DANBURY WCSU lockdown revealed communication gaps
DANBURY — Public school and city officials are making some minor changes to the way they communicate during their response to an active shooter after a suspected incident at Western Connecticut State University prompted lockdowns across the city last week.
No shots were fired and no one was hurt in the apparent false alarm, but the heavily armed police response and corresponding shelter-in-place notices to nearby public schools did reveal a series of issues administrators might not have considered otherwise, they said this week.
From now on, a police officer will be stationed with Superintendent Sal Pascarella during emergency situations to keep district staff in immediate contact with the police command on the scene.
Because of the timing of last week’s lockdowns — just before elementary and middle schools let out for the day — district and police officials also are coordinating plans for buses, non-staff at those schools and more precise parent notifications.
“If you go to a building and your child’s in that building, the board of ed, Sal, is not in charge,” Pascarella said. “The police are, in this case it was the state police, in charge. We’ve got to communicate better and this is a better way of communicating in the future.”
Overall, officials have said the emergency response to the reported active shooter at WCSU’s westside campus went off without any major problems. When the WCSU campus went on lockdown, so too did the nearby Westside Middle School Academy and the Western CT Academy for International Studies located at the back of the WCSU westside campus.
Mayor Mark Boughton and Danbury Police Chief Patrick Ridenhour coordinated from the scene by cell phone with Pascarella, who was overseeing the district’s response from their administrative offices across town. But that meant they were playing phone tag as updates unfolded, instead of staying in constant contact.
They have agreed that, should another similar situation occur, an officer will deploy to Pascarella’s office so that he is in direct radio contact with the chief, mayor and other police officials on the scene — such as state police or the FBI, who responded last week.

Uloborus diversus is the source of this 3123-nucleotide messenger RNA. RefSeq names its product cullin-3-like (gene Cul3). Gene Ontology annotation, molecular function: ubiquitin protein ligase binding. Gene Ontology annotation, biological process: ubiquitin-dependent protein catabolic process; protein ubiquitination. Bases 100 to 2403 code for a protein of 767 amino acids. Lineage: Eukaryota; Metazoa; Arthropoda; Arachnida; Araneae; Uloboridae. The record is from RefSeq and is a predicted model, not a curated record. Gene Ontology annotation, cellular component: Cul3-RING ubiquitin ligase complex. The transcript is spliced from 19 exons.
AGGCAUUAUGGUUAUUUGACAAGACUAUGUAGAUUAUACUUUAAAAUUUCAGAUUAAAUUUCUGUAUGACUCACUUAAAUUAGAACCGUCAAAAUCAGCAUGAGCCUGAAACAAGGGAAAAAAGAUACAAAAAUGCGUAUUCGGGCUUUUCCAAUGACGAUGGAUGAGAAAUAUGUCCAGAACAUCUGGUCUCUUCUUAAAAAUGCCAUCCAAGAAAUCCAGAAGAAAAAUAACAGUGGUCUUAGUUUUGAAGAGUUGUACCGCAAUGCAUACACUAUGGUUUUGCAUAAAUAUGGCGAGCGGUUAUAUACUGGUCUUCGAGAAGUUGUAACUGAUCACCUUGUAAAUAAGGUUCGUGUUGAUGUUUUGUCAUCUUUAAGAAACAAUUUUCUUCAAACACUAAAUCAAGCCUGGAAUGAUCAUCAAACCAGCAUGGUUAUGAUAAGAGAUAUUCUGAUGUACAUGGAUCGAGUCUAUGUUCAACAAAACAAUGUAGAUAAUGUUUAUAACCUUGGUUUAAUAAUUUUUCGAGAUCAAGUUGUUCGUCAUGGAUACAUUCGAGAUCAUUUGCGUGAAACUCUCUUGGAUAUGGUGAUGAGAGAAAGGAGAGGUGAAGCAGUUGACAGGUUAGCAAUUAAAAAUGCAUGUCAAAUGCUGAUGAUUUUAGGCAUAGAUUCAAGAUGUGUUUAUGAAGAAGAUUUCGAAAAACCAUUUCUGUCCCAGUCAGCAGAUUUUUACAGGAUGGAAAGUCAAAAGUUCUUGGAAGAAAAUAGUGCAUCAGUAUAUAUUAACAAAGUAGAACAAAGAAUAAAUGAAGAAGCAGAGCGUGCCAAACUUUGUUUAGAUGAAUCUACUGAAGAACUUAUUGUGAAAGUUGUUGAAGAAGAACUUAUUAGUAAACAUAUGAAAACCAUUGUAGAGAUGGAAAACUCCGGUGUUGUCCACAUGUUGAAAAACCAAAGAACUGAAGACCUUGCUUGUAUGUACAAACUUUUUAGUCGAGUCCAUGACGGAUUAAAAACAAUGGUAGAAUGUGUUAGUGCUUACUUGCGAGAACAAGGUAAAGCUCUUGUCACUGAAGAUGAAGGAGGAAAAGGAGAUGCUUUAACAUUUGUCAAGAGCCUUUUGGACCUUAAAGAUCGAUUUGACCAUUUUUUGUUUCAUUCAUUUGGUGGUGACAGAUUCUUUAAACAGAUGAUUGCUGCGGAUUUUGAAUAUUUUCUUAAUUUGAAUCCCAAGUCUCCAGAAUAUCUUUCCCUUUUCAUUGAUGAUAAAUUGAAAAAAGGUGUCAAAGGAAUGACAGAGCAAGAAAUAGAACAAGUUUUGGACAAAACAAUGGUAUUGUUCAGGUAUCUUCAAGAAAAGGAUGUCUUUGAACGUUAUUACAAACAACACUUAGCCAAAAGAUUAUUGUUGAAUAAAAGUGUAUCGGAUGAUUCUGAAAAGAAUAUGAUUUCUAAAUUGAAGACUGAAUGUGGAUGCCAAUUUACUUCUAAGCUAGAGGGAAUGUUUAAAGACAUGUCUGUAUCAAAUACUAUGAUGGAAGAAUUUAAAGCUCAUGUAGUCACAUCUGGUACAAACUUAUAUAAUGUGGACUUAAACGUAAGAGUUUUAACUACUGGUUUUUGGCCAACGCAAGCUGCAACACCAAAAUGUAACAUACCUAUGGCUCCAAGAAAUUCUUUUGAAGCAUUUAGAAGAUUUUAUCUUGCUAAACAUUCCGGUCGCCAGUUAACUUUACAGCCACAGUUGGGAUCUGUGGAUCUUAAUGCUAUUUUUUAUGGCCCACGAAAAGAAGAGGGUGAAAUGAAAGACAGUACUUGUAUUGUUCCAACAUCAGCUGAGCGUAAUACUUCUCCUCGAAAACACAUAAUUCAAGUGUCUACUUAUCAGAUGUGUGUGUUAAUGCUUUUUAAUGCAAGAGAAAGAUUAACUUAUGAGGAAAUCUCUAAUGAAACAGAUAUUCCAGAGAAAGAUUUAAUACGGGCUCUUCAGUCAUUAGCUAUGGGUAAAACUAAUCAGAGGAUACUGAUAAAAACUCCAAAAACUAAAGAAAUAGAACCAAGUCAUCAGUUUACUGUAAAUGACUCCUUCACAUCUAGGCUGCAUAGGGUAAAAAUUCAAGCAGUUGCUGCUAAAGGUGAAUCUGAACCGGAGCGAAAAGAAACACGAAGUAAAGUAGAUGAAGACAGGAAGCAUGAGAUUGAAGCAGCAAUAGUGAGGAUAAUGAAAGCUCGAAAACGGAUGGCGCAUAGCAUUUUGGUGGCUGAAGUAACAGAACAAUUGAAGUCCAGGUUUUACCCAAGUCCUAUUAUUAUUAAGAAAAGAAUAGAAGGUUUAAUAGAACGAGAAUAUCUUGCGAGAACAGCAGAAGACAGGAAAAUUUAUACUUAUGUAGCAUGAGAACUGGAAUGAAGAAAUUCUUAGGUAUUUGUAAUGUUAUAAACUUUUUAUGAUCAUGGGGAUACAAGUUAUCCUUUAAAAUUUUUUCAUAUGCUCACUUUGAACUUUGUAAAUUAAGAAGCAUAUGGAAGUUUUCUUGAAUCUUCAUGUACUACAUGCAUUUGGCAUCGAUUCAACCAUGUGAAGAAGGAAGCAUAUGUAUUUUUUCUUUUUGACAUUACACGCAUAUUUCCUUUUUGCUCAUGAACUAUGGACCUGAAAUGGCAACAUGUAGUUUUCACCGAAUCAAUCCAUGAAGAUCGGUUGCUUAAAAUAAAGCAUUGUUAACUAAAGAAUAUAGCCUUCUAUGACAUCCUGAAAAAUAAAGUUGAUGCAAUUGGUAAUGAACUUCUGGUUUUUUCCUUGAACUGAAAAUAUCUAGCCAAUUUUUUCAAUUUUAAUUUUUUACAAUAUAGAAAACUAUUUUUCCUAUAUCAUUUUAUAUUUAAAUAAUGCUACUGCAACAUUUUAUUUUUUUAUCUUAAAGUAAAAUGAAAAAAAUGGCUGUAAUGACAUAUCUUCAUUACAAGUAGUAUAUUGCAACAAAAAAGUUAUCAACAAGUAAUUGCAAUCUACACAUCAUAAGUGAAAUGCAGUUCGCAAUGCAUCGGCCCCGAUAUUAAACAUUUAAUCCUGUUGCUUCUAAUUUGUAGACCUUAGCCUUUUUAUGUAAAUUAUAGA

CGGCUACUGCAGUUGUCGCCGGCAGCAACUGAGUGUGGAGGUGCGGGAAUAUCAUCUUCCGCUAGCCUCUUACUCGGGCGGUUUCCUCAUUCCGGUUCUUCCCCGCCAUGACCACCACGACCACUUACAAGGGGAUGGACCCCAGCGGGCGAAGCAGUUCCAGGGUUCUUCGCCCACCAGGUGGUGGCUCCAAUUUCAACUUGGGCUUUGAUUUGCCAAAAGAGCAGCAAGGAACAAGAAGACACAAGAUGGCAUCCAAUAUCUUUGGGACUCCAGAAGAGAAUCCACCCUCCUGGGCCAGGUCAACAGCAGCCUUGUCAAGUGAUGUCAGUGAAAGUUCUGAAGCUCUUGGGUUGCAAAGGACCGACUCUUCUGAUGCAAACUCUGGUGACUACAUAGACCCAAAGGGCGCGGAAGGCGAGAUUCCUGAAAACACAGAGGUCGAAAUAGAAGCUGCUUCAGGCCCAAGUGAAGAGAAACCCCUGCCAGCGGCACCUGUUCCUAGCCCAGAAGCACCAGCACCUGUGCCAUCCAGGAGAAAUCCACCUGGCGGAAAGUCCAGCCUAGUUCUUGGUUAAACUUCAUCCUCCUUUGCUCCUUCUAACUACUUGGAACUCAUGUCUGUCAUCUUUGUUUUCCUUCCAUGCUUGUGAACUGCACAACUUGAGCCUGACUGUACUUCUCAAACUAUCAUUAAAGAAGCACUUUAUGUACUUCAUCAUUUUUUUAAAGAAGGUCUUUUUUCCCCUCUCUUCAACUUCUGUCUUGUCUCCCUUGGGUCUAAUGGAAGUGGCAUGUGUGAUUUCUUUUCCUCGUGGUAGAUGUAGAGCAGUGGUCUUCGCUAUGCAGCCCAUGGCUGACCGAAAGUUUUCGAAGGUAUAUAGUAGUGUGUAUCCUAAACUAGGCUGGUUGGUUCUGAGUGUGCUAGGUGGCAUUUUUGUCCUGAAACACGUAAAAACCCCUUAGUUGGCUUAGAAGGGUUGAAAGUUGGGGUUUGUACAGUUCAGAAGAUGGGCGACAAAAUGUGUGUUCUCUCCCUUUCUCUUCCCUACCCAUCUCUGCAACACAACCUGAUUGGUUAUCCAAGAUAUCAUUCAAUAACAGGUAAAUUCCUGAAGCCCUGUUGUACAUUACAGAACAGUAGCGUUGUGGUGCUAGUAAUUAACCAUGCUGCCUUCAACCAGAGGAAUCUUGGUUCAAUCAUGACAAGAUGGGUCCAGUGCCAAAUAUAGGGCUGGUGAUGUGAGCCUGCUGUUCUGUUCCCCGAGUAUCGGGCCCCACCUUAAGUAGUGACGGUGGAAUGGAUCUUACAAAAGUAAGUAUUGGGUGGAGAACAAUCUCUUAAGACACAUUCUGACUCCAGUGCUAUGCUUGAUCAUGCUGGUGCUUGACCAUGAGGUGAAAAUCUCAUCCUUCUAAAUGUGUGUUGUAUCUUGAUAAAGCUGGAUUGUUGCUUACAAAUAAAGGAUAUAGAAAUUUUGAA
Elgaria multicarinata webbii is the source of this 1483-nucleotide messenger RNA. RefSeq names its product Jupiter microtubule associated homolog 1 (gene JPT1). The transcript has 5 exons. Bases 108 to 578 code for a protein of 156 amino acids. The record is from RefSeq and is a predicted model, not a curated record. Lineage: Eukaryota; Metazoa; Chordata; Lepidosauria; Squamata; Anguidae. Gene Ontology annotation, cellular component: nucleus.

“God forbid we do it in the future, there’s a different communication protocol so that we’re all getting informed,” Pascarella told members of the school board. “The way it was, we were all getting informed at different times.”
The specific timing of the lockdowns also highlighted the need for a backup plan for what to do should students already be on buses dismissing when a situation occurs, district officials said.
Bus company, district and police leaders are planning for certain safe staging areas where buses with children could go instead of the school itself. The district could then push robocalls to parents relaying where specific buses would be so they could link up with their children, Director of Pupil Personnel Services Kelly Truchsess said.
The district also plans to apply for up to $800,000 in state grant funding next month for security upgrades to as many as 17 of its school buildings, from secure vestibules to camera upgrades, district Finance Director Joe Martino said.
All things considered, AIS staff did a “phenomenal job” during the WCSU incident last week, said Tricia Robinson, a parent and president of the school’s parent-teacher organization.
“I never imagined that twice in year I’d have to have my kids in lock down and it is the scariest thing as a parent to have to even consider,” Robinson said. “I’m so thankful that the staff and leadership of our school made every parent and every child feel as safe as they could in a really horrible situation.”